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Small Farmer's Journal
PO Box 1627
Sisters, Oregon 97759
800-876-2893
541-549-2064
agrarian@smallfarmersjournal.com
Mon - Thu, 8am - 4pm PDT

Horseshoeing Part 2A

A Text-Book of

Horseshoeing

Part 2A

by A. Lungwitz and John W. Adams Copyright 1897

This is the second part in what will be a complete reprint of Lungwitz & Adams’ important ‘Textbook of Horse-Shoeing’ originally written in the 1880’s and containing some remarkably modern information. This volume goes into the greatest detail on the subject and with an intelligent clarity that belies how old it is. Coming as it did at the end of the first horse era, and well before anyone might have reasonably predicted the advent of the automobile and tractor, it is apparent how important the equine was to the whole of society. The authors, of Germany and Pennsylvania, compiled what was, at the time, to be the ultimate word on the subject. As with all of the reprints we have offered over forty years time, we trust that readers will be triggered by these words to complete their education with diligence and introspection. Just because something is old doesn’t always make it right, and of course just because something is new doesn’t make it the true culmination either. LRM

CHAPTER II

THE FOOT IN ITS RELATION TO THE ENTIRE LIMB

As there are well-formed and badly formed bodies, so there are well-formed and badly formed limbs and hoofs. The form of the hoof depends upon the position of the limb. A straight limb of normal direction possesses, as a rule, a regular hoof, while an oblique or crooked limb is accompanied by an irregular or oblique hoof. Hence, it is necessary, before discussing the various forms of the hoof, to consider briefly the various positions that may be assumed by the limbs. In this discussion we shall deal with the living horse.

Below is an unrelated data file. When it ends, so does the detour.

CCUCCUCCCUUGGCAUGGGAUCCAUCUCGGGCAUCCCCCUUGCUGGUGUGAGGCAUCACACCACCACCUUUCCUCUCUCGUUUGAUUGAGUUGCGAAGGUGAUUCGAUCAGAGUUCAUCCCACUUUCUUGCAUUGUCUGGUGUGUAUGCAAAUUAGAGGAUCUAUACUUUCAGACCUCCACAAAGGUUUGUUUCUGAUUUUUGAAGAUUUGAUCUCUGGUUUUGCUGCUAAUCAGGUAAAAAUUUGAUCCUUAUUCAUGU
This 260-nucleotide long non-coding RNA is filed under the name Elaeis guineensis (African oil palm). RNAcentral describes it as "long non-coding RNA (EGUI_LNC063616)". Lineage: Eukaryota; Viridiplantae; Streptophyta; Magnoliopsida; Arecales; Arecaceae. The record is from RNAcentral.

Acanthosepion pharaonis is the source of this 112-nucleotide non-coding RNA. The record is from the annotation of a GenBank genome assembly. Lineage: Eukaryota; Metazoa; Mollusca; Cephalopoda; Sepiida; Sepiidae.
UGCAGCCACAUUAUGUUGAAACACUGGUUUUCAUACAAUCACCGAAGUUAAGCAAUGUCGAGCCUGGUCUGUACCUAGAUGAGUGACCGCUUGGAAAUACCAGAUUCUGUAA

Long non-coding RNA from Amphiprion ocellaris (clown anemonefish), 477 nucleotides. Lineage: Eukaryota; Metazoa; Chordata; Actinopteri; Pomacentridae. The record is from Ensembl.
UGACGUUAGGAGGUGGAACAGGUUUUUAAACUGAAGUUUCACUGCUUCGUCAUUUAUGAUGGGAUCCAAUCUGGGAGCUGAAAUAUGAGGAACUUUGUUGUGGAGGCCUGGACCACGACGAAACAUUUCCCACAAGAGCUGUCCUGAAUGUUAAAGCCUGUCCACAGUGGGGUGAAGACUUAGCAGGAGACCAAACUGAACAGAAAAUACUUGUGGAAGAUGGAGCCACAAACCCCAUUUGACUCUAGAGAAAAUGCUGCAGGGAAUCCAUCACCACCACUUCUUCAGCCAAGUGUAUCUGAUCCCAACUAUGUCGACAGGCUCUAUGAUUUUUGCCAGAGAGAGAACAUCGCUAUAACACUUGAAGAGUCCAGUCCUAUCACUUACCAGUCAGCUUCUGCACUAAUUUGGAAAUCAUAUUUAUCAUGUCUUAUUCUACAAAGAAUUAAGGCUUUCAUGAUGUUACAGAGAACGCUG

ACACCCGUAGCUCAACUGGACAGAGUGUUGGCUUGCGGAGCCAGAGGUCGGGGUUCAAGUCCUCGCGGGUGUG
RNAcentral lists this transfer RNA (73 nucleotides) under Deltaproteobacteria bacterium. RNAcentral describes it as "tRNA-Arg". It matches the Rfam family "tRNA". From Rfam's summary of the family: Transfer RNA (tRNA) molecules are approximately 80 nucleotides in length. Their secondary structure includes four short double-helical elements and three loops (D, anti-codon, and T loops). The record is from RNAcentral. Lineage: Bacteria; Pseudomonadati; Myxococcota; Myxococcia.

A. Standing Positions of the Limbs

The position of a limb depends upon the varying lengths of its component bones and the angles at which they meet one another. To judge the standing position of a fore-limb one must stand in front of the horse; to judge a hind limb, stand behind the horse; the backward or forward deviations of both front and hind limbs are judged by standing at the side. But a horse does not always move as his standing position would lead one to suspect; standing and moving are different. Therefore, in order to arrive at a proper judgement, one must observe the limbs both at rest and in motion.

Horseshoeing Part 2A

(a) The position of a limb viewed from in front is normal or straight (Fig. 44) when it stands vertical or perpendicular. A plum-line dropped from the point of the shoulder (middle of the scapulo-humeral articulation) should pass down the middle line of the limb, dividing it into inner and outer halves of equal width, and meeting the ground at the middle of the toe.

In the base-wide standing position (Fig. 45) the plumbline falls to the inner side of the limb; the limb extends obliquely downward and outward. To this class belong also the knee-narrow (knock-kneed) position, in which the knees are too close together, while the feet stand wide apart, and the toe-wide position (splay-footed, Fig. 46) in which the toes point obliquely forward and outward. In base-wide positions either the entire limb extends downward and outward or the foot alone is turned outward.